Monday, February 04, 2008
In Paris, whatever you do, don't break stride!
Street safety. Parisian drivers are notorious for ignoring pedestrians.... Don't assume you have the right of way, even in a crosswalk. When crossing a street, keep your pace constant and don't stop suddenly. By law, drivers must miss pedestrians by only a meter -- a little more than three feet. Drivers carefully calculate your speed and won't hit you, provided you don't alter your route or pace.
---Rick Steves, Paris 2008
I never knew this before. In former trips to Paris, I proceeded only with a generalized sense that you take your life in your hands when crossing the street.
It turns out the Rick Steves is right... and it's not only the drivers. Basically, every resident of Paris carefully calculates your speed and won't hit you, provided that you don't alter your route or pace. This includes motorcyclists, bicyclists and even other pedestrians.
"Smart car" for sure! A Parisian driver prepares to miss the pedestrian by one meter.
I found this out the hard way, on successive days, when I broke stride to avoid, first, a cyclist, and later, a pedestrian. Both were coming straight at me, having apparently done a thorough analysis of my vector and triangulated their personal solution for avoiding me but then -- whammo -- I stopped, thereby screwing up the whole system.
The problem is that, as an American, I find it very counterintuitive not to alter my pace to avoid other people in motion. I'm used to stopping for other people, whether they're on foot or in vehicles, to let them pass. But the French person will not pass harmlessly in front of me, since they'll have carefully calculated their own route and speed to pass one meter behind where I'm supposed to be. Only, having stopped, I'm in their spot.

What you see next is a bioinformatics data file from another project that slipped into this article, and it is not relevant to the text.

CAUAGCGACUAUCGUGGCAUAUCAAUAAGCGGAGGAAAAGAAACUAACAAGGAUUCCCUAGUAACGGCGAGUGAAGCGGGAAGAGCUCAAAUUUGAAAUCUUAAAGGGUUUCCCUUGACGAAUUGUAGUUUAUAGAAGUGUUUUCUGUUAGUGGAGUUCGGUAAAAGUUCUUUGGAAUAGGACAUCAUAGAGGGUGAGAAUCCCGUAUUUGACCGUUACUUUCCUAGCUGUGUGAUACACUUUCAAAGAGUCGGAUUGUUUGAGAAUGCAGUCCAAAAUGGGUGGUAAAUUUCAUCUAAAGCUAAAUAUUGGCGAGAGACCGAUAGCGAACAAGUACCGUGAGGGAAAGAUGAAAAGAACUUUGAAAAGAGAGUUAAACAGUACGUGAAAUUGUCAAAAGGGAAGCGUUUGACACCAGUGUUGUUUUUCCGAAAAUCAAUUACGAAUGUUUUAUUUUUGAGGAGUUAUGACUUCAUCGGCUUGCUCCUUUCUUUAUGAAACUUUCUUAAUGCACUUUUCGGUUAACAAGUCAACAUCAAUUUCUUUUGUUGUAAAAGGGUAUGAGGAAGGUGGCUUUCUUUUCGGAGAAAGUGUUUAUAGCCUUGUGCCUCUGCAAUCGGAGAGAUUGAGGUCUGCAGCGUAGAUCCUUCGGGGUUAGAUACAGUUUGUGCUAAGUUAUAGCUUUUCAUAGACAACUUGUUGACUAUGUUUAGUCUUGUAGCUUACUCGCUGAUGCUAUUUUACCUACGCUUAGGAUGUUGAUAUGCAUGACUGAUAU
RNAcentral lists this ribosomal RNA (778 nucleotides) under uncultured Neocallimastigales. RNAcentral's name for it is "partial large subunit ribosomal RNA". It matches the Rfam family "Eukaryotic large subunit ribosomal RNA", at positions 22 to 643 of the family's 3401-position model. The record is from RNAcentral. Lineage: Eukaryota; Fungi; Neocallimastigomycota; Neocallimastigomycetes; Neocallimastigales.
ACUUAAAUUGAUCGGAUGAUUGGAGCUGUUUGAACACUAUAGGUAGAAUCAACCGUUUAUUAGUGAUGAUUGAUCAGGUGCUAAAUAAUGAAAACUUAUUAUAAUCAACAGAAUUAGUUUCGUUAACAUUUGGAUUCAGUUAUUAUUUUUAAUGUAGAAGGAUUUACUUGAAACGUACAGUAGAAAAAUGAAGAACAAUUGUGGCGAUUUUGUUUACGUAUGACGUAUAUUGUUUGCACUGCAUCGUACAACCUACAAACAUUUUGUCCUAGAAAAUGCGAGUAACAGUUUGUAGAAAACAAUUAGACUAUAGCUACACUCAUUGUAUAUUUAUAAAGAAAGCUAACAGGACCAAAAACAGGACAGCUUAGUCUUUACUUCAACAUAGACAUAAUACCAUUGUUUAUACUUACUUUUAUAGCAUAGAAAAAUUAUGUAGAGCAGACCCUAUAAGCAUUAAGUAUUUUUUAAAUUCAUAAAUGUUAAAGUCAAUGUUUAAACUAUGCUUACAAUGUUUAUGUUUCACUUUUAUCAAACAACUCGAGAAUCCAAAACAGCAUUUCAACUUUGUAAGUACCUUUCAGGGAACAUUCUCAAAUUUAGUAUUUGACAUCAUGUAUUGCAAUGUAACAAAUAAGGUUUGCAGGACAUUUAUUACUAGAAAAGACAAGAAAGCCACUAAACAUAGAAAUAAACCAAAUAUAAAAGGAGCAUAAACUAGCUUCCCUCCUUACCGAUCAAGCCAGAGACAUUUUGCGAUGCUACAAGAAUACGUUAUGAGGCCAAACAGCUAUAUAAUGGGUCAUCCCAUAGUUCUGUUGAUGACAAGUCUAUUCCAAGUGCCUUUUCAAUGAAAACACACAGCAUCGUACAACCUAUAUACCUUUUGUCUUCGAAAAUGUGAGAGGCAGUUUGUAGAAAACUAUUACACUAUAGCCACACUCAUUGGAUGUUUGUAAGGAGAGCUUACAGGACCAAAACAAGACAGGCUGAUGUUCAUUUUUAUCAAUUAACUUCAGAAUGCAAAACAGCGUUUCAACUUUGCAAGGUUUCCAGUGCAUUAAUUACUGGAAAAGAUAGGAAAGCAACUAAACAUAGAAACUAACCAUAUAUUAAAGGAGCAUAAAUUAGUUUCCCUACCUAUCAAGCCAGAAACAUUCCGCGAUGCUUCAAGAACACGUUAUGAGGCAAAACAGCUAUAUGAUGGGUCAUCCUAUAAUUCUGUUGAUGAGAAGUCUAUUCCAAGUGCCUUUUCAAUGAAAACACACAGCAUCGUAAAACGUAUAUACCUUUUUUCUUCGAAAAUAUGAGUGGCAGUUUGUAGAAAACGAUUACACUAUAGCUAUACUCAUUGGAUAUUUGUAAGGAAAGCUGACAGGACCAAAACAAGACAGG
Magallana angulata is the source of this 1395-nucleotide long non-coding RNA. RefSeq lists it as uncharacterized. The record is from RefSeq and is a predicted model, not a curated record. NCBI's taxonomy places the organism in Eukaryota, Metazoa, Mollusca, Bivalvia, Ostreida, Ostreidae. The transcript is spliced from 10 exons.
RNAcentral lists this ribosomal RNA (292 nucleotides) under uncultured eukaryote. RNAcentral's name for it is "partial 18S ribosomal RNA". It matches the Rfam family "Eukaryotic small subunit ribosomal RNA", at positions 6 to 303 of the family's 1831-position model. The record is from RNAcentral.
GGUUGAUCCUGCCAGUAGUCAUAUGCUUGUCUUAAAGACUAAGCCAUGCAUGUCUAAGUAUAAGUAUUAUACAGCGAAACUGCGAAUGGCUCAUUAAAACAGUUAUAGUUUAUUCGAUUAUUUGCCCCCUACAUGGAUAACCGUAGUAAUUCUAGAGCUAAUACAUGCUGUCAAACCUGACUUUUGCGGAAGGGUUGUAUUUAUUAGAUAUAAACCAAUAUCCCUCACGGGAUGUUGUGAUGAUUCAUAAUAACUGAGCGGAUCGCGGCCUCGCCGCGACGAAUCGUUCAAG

We've all had the experience of walking head on toward another person, coming to a dead halt face-to-face, saying "excuse me," stepping to the side to get out of the other person's way only to find that they've stepped to the side, mirroring your move and continuing the impasse. And this impasse can continue for a few moves, as one or both parties chuckle in nervous embarrassment.
Two Parisian motorcyclists carefully miss me by one meter
on the sidewalk near the Hotel de Ville.
It happens -- but not that often -- and we Americans live with that and move on. But the French totally melt down in that situation. I looked into the eyes of this French bicyclist and pedestrian and on both occasions, what I saw there was sheer, uncomprehending terror -- followed quickly by a barrage of epithets.
Don't try to avoid pedestrians like these -- the safest thing for all involved
is to walk straight at them.
So my advice for dealing with a pedestrian walking right toward you is the same as Admiral Lord Nelson's advice to his captains for dealing with French ships: "never mind maneuvers, always go straight at 'em."
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